The Redskins have made it clear they'd like to add a running back into the group this offseason, and NFL Network's Daniel Jeremiah believes they will have plenty of strong options in this year's draft.
As posited by NFL Network draft analyst Daniel Jeremiah, each NFL Combine has its own flavor, its different strengths based on the crop of defensive and offensive players. But the last few years have challenged that belief thanks to a consistent crop of running backs, which have made immediate impacts on their teams and begun to reverse the idea that they aren't first-round draft pick material.
A simple scan of recent prospects taken in the first round – Ezekiel Elliott, Todd Gurley, Leonard Fournette and Christian McCaffrey – over the last few years confirms the trend has roots and that the running back position continues to boast depth. This is good news for the Redskins, which have a need for one of this year's touted backfield threats and could be in a position to grab one early.
Washington can cross off the possibility of Penn State running back Saquon Barkley, who is being considered by the Browns with the first overall pick. But it might have an opportunity, selecting at No. 13, to get a similarly explosive back in LSU's Derrius Guice. He eclipsed 1,000 yards rushing in each of the last two seasons and added 124 receiving yards to pair with 11 touchdowns in 2017.
He's an intriguing player primarily because the Redskins don't have a prototypical three-down back. Chris Thompson, and last year's fill-ins Kapri Bibbs and Byron Marshall, were useful and often game-changing third-down backs while Rob Kelley and Samaje Perine proved to be the workhorses of the ground game on first and second down. Guice might be someone available throughout an entire drive.
"He fits the mold," Jeremiah said. "He can do everything you want to do. He's got enough size to run with power inside, he's got the speed to get outside and hit a homerun and then he can catch the ball out of the backfield a little bit if you want him to do that, although that's still a little bit of a work in progress for him."
His furious running style has compared him to Marshawn Lynch. At 5-foot-10, 224 pounds, he ran a 4.49 40-yard dash at last week's NFL Combine and did 15 reps of 225 pounds on the bench press.
"I see angriness, I see somebody who refuses to go down," Guice said. "When I run, I think about [Marshawn] every time. And when I go back and watch him, 'Man, I really run like this dude.' It's crazy."
Other strong running back options for the Redskins, if they choose to draft defense first, will still be available in the second round.
San Diego State's Rashaad Penny, the nation's leading rusher last year with 2,248 yards while scoring 23 touchdowns offer a little more versatility. The 5-foot-11, 220-pounder said he met with the Redskins at the Combine but said he separates himself from other running backs based on his special teams play, thanks to his time as a returner.
"I think that's the most important part of the game," Penny said. "If offense and defense isn't going so well, then you can rely on special teams. I don't think people know how important and how big of a play special teams makes on a game. So I think that's the most important part."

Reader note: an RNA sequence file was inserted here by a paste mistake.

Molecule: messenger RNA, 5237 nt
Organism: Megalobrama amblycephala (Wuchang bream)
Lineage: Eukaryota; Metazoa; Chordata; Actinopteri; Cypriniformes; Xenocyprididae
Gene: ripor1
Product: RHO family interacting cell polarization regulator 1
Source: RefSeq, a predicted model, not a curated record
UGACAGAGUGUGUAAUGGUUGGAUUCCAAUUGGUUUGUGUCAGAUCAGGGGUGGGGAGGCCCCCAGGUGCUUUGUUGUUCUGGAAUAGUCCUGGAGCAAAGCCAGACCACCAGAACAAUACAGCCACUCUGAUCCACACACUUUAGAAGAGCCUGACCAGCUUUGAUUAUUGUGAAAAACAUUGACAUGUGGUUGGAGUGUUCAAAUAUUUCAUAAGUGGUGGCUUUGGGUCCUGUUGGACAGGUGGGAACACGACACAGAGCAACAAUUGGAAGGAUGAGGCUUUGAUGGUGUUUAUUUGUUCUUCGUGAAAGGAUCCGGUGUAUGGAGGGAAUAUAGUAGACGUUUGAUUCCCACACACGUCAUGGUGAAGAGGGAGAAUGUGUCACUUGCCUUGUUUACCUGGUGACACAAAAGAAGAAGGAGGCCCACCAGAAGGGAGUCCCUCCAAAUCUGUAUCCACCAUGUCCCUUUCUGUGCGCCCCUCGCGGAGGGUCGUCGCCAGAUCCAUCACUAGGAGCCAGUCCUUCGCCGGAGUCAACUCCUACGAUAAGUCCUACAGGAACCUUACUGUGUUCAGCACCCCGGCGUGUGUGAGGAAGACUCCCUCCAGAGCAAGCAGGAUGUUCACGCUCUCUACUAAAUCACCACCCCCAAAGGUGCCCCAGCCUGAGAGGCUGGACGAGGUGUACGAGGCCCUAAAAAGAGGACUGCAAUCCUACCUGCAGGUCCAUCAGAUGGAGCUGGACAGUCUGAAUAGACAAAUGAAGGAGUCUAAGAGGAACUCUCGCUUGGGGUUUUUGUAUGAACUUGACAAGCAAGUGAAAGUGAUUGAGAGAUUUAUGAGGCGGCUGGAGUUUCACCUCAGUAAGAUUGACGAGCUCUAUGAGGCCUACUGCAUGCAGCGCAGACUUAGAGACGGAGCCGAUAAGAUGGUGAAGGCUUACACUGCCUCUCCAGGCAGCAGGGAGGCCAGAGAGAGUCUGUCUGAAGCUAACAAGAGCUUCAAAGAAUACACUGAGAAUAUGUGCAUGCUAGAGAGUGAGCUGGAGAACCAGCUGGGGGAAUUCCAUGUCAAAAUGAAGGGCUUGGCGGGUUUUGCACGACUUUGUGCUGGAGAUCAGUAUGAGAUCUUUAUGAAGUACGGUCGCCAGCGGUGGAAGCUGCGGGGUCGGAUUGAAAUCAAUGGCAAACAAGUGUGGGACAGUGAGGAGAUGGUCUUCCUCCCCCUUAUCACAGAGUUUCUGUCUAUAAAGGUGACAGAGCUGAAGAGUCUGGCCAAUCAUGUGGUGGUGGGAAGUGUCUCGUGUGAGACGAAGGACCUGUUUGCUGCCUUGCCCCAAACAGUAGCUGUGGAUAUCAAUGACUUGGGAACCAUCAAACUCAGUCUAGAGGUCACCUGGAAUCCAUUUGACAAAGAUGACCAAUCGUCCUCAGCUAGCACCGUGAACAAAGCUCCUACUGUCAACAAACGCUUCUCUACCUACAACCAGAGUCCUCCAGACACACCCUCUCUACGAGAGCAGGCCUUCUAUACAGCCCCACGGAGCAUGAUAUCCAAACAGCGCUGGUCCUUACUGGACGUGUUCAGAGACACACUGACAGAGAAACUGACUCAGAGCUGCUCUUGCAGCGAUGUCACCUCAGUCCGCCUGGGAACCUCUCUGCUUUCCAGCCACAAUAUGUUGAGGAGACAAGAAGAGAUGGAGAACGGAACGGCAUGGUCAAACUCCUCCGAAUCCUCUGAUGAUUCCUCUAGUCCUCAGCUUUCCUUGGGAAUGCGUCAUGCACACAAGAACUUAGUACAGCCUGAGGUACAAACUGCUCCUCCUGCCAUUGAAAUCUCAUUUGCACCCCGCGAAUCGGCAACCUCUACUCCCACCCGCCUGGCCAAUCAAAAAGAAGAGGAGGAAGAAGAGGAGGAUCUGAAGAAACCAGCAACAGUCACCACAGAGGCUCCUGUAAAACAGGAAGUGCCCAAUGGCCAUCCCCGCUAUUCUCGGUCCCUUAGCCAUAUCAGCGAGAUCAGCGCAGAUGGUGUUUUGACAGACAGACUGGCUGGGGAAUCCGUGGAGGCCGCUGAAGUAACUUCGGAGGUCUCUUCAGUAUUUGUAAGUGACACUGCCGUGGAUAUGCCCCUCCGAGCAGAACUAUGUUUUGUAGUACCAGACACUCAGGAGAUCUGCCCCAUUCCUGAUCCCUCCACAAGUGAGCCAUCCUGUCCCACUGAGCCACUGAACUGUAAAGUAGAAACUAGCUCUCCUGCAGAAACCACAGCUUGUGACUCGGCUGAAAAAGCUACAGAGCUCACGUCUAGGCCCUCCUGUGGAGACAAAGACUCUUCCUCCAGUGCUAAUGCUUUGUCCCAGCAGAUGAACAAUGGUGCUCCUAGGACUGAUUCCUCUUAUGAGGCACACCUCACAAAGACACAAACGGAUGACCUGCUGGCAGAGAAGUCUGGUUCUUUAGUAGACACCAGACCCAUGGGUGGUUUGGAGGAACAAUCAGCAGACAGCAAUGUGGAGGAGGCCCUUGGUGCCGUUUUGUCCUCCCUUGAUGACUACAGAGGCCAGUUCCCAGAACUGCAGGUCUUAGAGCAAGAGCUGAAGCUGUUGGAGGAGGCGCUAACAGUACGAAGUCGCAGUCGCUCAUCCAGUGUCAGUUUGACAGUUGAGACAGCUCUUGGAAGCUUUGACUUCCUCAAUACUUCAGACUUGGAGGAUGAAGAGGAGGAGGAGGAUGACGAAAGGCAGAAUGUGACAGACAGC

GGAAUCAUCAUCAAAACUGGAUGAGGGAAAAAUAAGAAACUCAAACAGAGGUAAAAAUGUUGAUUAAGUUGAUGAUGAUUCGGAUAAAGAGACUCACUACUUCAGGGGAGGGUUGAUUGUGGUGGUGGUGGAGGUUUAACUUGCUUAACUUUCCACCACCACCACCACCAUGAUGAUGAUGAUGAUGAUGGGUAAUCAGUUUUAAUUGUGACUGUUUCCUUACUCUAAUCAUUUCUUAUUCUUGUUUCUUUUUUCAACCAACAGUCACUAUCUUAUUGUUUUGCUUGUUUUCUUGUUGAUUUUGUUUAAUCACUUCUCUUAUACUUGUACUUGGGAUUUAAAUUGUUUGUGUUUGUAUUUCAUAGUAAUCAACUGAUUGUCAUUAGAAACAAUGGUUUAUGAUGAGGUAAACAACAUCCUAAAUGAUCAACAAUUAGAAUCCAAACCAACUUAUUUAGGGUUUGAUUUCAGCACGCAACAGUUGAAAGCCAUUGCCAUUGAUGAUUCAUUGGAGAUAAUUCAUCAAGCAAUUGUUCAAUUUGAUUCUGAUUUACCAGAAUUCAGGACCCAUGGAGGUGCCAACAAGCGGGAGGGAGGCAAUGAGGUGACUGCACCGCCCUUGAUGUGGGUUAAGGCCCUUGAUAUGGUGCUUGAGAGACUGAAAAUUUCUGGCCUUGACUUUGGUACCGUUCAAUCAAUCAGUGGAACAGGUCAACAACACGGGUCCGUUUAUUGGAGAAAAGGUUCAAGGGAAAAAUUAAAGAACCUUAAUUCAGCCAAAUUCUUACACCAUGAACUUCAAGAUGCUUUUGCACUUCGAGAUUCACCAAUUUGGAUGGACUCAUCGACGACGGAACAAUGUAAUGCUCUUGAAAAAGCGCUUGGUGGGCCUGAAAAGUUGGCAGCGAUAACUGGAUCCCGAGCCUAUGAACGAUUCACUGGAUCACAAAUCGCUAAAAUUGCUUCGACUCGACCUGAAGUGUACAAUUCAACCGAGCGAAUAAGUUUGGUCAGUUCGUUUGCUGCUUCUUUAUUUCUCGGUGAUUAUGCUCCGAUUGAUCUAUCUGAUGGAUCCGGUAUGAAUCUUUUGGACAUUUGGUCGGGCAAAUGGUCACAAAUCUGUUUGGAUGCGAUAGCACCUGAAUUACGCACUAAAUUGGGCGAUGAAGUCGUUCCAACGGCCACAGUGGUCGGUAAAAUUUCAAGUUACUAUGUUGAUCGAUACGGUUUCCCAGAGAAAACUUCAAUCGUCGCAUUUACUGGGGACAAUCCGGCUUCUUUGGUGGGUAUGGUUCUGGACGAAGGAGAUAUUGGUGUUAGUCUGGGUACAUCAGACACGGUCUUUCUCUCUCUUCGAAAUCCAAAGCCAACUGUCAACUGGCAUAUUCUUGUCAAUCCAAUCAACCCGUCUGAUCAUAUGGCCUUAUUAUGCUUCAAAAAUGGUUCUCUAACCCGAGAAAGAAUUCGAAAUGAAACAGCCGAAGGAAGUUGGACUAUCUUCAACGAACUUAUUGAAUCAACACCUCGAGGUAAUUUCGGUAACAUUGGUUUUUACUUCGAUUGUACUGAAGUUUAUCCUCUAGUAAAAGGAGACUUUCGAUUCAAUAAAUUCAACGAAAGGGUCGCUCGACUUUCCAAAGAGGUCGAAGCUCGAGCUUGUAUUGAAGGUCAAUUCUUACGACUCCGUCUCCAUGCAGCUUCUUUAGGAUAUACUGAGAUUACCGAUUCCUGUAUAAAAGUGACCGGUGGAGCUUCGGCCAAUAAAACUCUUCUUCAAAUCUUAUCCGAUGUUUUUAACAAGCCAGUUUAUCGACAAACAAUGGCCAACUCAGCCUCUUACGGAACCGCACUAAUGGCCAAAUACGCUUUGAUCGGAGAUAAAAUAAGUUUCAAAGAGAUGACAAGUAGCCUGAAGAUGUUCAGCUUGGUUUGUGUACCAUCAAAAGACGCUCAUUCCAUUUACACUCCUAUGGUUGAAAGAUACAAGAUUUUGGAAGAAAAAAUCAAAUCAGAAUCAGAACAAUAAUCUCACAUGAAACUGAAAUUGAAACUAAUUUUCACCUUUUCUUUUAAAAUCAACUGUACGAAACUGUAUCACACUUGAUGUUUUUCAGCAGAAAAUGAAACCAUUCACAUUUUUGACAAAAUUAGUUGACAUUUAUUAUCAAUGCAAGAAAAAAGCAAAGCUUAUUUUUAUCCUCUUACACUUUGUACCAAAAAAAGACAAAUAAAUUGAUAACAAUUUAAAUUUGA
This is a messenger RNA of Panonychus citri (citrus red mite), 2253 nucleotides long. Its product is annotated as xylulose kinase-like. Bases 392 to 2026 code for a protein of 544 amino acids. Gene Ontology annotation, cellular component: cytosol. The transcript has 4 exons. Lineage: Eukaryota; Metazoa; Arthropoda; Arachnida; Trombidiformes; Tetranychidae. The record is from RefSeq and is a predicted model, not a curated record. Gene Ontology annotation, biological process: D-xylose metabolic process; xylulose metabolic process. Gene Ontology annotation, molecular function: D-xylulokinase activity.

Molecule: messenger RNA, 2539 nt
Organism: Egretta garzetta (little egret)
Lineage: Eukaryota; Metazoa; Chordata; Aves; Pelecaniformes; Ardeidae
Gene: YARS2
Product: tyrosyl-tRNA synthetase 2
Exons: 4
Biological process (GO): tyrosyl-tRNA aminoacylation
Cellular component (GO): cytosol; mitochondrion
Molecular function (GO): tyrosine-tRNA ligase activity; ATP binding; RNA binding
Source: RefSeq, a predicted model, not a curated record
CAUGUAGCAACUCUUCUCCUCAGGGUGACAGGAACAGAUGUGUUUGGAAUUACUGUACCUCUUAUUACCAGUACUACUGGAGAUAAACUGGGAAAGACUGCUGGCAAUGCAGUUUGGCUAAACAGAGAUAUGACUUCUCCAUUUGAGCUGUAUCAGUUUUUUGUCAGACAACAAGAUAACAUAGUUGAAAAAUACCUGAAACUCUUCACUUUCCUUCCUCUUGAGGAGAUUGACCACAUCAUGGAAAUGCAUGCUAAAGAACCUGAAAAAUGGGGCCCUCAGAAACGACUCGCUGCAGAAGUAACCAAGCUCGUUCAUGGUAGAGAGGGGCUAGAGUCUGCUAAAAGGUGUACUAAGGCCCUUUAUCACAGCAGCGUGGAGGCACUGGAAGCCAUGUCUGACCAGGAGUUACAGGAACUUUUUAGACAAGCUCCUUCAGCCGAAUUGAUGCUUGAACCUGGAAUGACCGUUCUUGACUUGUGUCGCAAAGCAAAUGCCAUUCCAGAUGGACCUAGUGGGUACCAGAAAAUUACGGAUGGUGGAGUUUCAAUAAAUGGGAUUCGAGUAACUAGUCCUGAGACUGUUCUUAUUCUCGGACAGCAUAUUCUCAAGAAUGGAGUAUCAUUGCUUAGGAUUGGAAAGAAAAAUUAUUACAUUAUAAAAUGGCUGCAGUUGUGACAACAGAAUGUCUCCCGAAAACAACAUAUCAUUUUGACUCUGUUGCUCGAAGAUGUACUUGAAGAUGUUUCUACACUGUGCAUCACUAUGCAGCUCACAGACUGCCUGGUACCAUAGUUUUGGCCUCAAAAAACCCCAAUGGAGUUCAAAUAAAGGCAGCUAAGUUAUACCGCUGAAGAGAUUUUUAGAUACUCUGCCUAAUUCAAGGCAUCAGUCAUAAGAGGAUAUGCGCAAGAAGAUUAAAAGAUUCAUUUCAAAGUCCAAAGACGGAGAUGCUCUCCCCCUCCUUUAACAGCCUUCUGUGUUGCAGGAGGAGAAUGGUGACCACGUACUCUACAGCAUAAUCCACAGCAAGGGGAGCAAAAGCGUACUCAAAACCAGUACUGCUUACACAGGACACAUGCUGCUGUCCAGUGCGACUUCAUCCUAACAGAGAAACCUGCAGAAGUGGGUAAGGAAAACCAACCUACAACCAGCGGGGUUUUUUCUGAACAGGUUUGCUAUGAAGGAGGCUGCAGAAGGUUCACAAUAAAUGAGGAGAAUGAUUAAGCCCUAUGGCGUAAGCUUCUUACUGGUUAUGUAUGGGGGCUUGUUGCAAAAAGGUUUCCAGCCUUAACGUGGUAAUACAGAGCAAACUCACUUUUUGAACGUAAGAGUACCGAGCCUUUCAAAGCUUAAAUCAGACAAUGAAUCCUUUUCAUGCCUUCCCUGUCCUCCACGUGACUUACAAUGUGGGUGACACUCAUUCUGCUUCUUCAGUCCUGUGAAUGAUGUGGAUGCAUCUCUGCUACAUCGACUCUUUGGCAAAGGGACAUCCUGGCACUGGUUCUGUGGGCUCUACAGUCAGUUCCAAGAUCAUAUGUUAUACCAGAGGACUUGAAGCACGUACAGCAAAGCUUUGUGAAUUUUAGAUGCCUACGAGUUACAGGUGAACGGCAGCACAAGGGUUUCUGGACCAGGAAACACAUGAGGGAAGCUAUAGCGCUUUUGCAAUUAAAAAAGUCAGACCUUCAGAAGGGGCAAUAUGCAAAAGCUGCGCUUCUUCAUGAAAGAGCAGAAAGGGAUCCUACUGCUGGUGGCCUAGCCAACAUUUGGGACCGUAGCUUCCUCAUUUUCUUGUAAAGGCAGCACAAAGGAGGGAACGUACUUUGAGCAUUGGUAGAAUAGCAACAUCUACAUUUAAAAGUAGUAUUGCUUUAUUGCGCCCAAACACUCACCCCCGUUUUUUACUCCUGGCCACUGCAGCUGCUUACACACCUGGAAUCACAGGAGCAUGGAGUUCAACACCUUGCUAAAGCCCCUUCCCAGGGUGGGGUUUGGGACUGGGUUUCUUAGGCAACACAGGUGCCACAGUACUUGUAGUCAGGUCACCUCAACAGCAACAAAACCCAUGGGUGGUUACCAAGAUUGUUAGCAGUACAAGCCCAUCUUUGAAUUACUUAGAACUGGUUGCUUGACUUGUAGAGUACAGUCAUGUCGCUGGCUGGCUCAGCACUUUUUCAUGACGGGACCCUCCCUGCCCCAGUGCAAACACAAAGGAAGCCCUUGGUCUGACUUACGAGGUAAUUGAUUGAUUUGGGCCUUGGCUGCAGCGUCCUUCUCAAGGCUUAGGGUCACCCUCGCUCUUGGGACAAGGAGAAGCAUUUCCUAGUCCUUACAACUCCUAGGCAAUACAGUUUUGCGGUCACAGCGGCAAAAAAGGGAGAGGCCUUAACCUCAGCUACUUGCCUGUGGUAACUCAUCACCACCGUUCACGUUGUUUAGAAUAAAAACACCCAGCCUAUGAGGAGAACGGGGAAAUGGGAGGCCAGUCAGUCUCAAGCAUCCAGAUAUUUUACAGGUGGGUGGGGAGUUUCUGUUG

Jeremiah believes that trait gives him a little more security in teams drafting him.
"You always want to have a floor for a player and so when I look at a guy like Penny, the floor for him is easier kickoff returner day one, and he can be a Pro Bowl player at that position," Jeremiah said. "So, that's where the floor starts, means you're not going to miss on the guy even if it doesn't work out at the running back position, you know he has a role on your football team, he's going to dress on Sunday's and contribute, so that's a good place to start with him. But then, to me, just looking at his skillset and everything he can do. I don't think it'll be long before you say 'Eh, we don't want him returning kicks anymore, we want him in lineup at the backfield.'"
Then there is the pair of Georgia running backs in Nick Chubb and Sony Michel, each of whom has his own running style and explosiveness. Despite Chubb running slightly faster than Michel in the 40-yard dash, Michel might fit the team's needs better – he's someone that can pass block and make plays in the flat receiving the ball.
Michel said that the competition with his teammate brought the best out of him and that in his meetings with multiple teams, he's been himself. As stated by Senior Vice President of Player Personnel Doug Williams, and reiterated by head coach Jay Gruden, brining another running back into the mix is something the team would like to do.
"We have to have stability at running back," Gruden said. "We have got to get Chris Thompson back healthy and then we obviously have to get some running backs in here that can play 16 games somehow. But we feel good about the depth with Byron Marshall coming in here late, Kapri Bibbs doing what he did, with Rob Kelley coming back off his injury, Samaje Perine getting quality reps. We have got some backs in-house that we feel good about, but we might need to add another piece to come in here and compete for that job."
The Redskins are hoping they'll have numerous options to find one.